The kind of book I realised I wanted to write needed a really strong central character. A character so vibrant, so intense and mysterious, that the books would be as much about her as about the crimes themselves. (Oh, and why her? Well, I’ll talk about that in a later post, but my detective was a woman from the very first.)
Other questions soon answered themselves too:
- I wanted to avoid a crude moral approach, where every killer must be a sick bastard and where cops spend their time telling each other ‘Let’s put the sick bastard away.’
- I wanted my novels to be dark, but for that darkness to come from mood and tone, not a splatter of gore.
- I wanted my books to have a warm human heart: I wanted my central character to have some sustained, close, loving relationships – not merely be the compulsory heavy drinking loner.
- Oh, and I also decided that my detective would kick against the stereotypes. Instead of being a middle-aged, male, single, boozer, I’d have her young, female, keen to enter a relationship and a non-smoking teetotaller.
- I wanted my book to have a strong sense of place and to say something about the wider society.
- I wanted my book to be a proper crime novel: fully inhabiting its genre, unafraid to participate fully in its rules and conventions.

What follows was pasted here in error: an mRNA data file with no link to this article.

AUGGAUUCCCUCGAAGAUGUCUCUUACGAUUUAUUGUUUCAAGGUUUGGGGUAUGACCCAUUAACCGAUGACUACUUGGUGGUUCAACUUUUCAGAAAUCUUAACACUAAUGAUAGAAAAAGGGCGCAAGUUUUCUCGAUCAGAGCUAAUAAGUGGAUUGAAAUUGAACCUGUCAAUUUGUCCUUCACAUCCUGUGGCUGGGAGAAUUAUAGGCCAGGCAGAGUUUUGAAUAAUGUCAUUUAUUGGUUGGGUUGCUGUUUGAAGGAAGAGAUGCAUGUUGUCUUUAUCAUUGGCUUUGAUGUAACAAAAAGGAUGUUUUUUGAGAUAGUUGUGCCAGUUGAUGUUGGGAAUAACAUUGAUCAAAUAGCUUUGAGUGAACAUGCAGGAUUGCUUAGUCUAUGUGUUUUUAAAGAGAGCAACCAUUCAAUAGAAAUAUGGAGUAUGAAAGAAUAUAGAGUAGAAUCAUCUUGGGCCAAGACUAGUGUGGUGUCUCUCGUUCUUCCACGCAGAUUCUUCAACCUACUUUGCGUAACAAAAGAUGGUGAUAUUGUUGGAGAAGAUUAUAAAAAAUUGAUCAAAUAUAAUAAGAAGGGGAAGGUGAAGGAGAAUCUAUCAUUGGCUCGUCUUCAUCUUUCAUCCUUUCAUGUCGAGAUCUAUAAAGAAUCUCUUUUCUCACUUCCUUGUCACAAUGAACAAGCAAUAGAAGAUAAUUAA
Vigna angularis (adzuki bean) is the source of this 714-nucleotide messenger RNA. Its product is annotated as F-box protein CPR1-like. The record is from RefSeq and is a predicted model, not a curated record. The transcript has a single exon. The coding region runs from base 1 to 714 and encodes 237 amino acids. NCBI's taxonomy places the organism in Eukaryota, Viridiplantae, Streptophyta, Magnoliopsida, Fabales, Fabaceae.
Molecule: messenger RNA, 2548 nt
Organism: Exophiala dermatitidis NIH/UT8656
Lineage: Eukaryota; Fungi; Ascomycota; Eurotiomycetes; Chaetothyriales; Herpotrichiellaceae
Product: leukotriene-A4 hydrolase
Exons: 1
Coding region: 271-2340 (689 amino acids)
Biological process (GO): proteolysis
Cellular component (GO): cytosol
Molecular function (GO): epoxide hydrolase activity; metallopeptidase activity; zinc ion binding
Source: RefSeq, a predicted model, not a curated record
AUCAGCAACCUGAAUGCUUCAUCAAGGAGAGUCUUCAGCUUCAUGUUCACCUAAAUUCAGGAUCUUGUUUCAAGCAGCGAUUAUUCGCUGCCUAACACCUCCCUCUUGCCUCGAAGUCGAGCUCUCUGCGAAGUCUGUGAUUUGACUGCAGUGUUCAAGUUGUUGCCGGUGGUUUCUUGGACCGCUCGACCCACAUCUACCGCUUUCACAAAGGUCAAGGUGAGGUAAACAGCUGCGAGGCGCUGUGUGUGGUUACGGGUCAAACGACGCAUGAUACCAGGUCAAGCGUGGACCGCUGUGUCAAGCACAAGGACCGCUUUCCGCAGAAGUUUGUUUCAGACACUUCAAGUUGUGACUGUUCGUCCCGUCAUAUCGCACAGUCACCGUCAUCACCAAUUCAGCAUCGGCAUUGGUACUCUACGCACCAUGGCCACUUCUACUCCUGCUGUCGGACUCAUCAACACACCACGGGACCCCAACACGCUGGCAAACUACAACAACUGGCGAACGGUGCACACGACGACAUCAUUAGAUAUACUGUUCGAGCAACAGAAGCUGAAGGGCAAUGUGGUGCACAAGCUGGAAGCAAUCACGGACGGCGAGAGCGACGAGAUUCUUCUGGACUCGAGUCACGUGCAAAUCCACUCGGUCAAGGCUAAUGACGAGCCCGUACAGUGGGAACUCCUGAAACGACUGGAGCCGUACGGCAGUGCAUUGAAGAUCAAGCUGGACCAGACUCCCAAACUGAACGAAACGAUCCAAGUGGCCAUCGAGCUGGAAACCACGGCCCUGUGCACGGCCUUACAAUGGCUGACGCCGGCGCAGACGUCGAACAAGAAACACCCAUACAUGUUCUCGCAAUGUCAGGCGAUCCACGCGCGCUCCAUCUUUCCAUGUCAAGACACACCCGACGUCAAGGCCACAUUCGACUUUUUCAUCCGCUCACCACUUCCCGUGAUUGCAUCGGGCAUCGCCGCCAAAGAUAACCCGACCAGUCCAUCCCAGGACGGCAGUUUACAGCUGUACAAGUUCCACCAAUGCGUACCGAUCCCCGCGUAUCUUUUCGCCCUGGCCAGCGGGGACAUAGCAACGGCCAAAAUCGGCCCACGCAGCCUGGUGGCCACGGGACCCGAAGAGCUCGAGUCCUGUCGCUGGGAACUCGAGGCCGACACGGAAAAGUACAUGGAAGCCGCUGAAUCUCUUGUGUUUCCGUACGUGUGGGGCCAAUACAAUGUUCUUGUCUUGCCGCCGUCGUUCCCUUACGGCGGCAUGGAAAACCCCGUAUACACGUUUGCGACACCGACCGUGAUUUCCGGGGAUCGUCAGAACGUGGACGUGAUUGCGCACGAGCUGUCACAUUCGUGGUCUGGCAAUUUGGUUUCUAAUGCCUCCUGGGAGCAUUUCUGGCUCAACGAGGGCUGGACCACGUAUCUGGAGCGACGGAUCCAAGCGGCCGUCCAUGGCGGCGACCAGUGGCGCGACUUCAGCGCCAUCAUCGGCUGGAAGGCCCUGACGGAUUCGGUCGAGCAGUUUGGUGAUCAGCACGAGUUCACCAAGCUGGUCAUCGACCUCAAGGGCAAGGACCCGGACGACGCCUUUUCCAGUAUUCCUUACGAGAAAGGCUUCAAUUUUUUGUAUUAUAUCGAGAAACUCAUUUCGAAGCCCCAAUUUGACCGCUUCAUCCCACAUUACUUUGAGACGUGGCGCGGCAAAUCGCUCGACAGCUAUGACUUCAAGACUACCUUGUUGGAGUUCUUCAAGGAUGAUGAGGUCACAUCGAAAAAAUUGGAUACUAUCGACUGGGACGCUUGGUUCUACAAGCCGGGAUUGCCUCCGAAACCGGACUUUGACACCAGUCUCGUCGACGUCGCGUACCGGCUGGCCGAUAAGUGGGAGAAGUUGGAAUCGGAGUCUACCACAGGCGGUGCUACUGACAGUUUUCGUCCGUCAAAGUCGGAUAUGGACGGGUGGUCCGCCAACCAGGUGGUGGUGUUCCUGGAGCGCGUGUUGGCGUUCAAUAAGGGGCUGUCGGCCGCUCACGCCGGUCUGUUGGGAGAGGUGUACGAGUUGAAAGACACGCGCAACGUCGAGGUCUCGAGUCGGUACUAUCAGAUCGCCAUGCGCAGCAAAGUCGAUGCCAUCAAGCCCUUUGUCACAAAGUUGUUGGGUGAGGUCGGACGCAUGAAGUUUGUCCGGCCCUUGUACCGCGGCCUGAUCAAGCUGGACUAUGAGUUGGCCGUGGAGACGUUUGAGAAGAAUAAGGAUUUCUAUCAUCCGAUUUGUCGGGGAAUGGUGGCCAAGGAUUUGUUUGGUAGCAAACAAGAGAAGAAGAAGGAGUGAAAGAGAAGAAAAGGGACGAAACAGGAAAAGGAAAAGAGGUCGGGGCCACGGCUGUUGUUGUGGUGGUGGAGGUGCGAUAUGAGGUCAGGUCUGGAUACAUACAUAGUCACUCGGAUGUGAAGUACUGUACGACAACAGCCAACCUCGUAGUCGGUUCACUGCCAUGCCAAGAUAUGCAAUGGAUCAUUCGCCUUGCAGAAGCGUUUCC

Some of these things reacted against things I came across in my survey of the market – I just got fed up with all those maverick middle-aged cops, the hordes of serial killers with quirkily coded ways of dispatching their victims. Other elements of what I wanted to write picked up on things I found exciting. For example, once I’d encountered the atmospheric writing of Henning Mankell, RJ Ellory and Carl Hiaasen (to name three wildly different writers), I didn’t want my book to be any less placed than theirs.
I’ve never previously studied a market quite as consciously before starting to write for it – but I’d never now do otherwise. To say it again: I wasn’t after finding the secret formula for writing a bestseller. I wasn’t seeking to copy others. But nevertheless my ideas emerged directly from understanding the market for which I was writing and reading the novelists who have done so much to shape the contemporary crime novel. I think that research helped me naturally place my book on the leading edge of the current crime literature. That is: my book came to acknowledge the many excellences of current crime writers, but also reacted to that body of work by adding (I hope) something entirely new and distinctive.
And I think, in a way, my experience answers that age-old question: do you write for the market or do you write the book you’re passionate about? And the answer is: Both! You have to do both! If you aren’t passionate, you’ll write a rubbish book. If you don’t have a feel for contemporary writers in your area, you’ll be missing the argument. The conversation that books have with each other will have passed you by. You’ll have missed a trick and your book will be worse because of it. So do both. Write for the market and write with love. It’s what I did.